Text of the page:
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Discussion in 'Lawn Care Business Management' started by J&JPropmaint, Jul 24, 2013.
I new in the business and would like to be familiar in using a proposal as well? Thank very much.
Send me a copy of the proposal, I'm looking for new ideas, thanks firstname.lastname@example.org
Do you mindemailing me a copy of your proposal? email@example.com
Andyslawncare thank for the much needed advice. Would very much appreciate a copy. Thank you!
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Would like to get a copy of the your proposal as well...email is firstname.lastname@example.org.
I would like to get a copy of the your proposal as well if that's ok. My email is email@example.com
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Can I get a copy as well? You can email it to firstname.lastname@example.org
Blade 2 Blade: I am getting into this a bit late but here are some pointers that work with commercial or residential contracts. Yes they are good as it brings a steady year long cash flow your way but understand that some people just plain do not want to get into a contract no matter what you offer so show up with a seasonal plan as well as an Annual Contract. I do residential only but I offer a discount based upon the services. Straight cutting what you see is what you get. Fertilizing/Weed control service gets you a 10% discount off the top and Fertilizing/Weed control & Seeding gets a 15% discount off the top. You will make that up doing good work and getting repeat customers. Make it easy to read. I use Copperplate Gothic Bold at a 14 font and can still get everything on both sides of one sheet of paper. Offer several plans, weekly, biweekly and a mix (weekly/biweekly) of each and point out that this will save them money over the year. Having a single monthly payment amount is great as your customer knows exactly how much each month it will cost. Start NOW writing your contract as you will do it many times before you get what you want. Do your best to make it generic rather than for each customer and remember if it ain't written down it does not happen. Always give an out option but to CYA make sure to include abuse of the contract (getting a lower price then cancelling when the season is over) happens only once. I make it clear if this is done you will no longer have a contract option, seasonal rates only. Finally know that every year someone will ask a question that comes out of left field that you never even thought of so be prepared to update your contracts as that happens.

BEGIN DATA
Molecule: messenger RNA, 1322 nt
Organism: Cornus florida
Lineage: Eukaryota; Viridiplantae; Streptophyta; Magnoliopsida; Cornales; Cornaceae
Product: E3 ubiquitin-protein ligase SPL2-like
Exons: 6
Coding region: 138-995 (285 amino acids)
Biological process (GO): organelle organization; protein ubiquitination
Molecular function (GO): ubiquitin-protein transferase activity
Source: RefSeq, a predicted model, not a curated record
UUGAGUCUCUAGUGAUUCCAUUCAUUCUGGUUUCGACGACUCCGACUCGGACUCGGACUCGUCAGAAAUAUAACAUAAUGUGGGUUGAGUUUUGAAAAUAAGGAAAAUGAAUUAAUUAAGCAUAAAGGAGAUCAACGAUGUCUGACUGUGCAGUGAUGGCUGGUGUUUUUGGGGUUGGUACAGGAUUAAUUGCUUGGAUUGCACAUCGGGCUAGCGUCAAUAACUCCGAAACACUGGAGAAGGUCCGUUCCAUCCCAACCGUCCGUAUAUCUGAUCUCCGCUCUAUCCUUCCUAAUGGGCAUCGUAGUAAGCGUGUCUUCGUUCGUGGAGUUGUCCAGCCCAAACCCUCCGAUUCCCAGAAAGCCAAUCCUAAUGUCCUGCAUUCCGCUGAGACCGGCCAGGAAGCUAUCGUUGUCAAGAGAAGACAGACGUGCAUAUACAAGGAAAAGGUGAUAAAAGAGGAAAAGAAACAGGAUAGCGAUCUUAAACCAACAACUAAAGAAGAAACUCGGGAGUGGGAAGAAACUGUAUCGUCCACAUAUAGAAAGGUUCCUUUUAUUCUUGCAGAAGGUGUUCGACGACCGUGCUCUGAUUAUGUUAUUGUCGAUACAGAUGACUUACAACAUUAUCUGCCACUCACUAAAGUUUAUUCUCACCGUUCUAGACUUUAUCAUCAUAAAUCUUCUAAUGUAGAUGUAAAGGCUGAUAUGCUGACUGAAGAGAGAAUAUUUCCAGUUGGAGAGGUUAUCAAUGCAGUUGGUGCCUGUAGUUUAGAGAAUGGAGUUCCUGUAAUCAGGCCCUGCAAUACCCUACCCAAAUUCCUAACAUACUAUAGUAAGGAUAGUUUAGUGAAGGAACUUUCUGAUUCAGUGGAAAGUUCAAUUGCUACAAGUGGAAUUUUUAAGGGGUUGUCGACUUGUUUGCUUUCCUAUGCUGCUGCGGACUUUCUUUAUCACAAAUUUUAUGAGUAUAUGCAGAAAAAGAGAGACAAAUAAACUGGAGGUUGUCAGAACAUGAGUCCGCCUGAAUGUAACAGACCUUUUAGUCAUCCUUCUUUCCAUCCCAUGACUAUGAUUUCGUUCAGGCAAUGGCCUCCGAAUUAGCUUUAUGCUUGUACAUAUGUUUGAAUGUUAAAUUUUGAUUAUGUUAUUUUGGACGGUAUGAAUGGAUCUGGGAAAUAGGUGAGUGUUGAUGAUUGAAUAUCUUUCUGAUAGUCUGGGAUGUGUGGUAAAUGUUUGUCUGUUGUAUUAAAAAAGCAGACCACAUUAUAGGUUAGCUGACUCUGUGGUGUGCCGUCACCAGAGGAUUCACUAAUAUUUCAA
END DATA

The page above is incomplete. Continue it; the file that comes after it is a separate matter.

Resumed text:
The question I would ask myself before I continued any further would be, "would a yearly contractor help my business grow?" I think that the idea of locking your customers into pricing sounds promising, but I think it can also set up you for failure.
You should also ask yourself what you liked about yearly contractors you've encountered, whether that be with another professional service or with your phone contract. Most people will shop around before they commit to something with a contract, so make sure your prices are competitive and the discount your customers will receive is plentiful enough for them to contract with you.
Best of luck on your endeavors, I hope whatever you do works out and your business succeeds.
Can you email me a copy of your contract so I can see how yours is written out? email@example.com